It amazes me how the IGP still has his job and ASP Boakye still enjoys a respectable leave of absence from his post after it was evident from the Georgina Woods Commission that the IGP had no control over his subordinate and the ASP acted inappropriately in his suspicious quest to find the missing cocaine. How could it be that the IGP could not be aware of such a big operation? Also how could the ASP undertake such a solo operation without any backing from his employer, the police service? Though the commission failed to ascertain the where about of the missing cocaine, it succeeded in exposing the mess in the police and security services including immigration. How could the Venezuelans come in and out of Ghana without any trace?

Surprisingly, in the age of ‘zero tolerance’ not even a single official has yet lost his or her job over this big mess. It is only in Ghana and Africa that state officials can keep their posts though they keep mismanaging and underperforming. Am not saying the IGP or the ASP know the where about of the cocaine but the point is that after spending tax payers money on this commission, no body was taught a valuable lesson of accountability and responsibility. The government’s white paper was blinded to the fact that the IGP’s is suppose to be responsible for any mess in the police service. The immigration boss who knew about the unofficial entry points at the airport but failed to do anything about it still has his job. Aren’t we rewarding these officials by allowing them to keep their posts? Even in football circles coaches who under perform are constantly fired, but it seems it seems our governments care less when it comes to doing government work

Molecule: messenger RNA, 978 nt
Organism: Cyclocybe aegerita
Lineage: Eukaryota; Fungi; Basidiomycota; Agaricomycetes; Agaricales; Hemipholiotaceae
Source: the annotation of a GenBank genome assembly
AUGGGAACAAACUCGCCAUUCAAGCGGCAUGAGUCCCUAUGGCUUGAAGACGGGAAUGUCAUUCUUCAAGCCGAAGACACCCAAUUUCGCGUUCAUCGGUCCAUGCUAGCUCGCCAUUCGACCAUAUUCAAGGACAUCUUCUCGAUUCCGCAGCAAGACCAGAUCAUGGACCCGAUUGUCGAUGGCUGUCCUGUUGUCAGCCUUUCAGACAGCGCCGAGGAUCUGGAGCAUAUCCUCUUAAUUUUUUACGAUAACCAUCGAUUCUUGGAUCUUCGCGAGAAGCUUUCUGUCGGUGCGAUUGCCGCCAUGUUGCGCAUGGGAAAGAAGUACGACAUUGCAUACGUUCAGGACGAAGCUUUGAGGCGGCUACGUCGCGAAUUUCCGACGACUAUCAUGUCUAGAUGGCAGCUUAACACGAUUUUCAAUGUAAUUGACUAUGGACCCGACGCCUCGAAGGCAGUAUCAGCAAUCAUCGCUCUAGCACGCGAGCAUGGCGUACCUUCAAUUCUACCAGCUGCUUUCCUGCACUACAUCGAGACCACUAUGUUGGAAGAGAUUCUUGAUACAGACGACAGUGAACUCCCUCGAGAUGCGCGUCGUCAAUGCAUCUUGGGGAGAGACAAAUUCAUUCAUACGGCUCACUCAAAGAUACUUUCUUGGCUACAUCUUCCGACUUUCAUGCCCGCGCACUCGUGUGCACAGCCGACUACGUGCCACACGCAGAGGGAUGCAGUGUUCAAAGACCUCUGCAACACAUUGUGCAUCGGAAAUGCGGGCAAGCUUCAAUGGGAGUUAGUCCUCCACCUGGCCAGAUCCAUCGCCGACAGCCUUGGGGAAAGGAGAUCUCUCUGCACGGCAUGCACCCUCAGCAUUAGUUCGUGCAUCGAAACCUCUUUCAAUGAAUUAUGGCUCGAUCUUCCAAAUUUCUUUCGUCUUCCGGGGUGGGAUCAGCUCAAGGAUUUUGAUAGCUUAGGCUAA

Since 2001 we have been made to believe we are in the golden age dispensation of our developmental process, but if we continue on this path, the Bronze Age will even elude us. Our socio economic develop will continue at this snail pace if we keep rewarding public officials who continue to short change the people they are suppose to serve.

Eric Boafo
(Northern Kentucky University)


Views expressed by the author(s) do not necessarily reflect those of GhanaHomePage.

Columnist: Boafo, Eric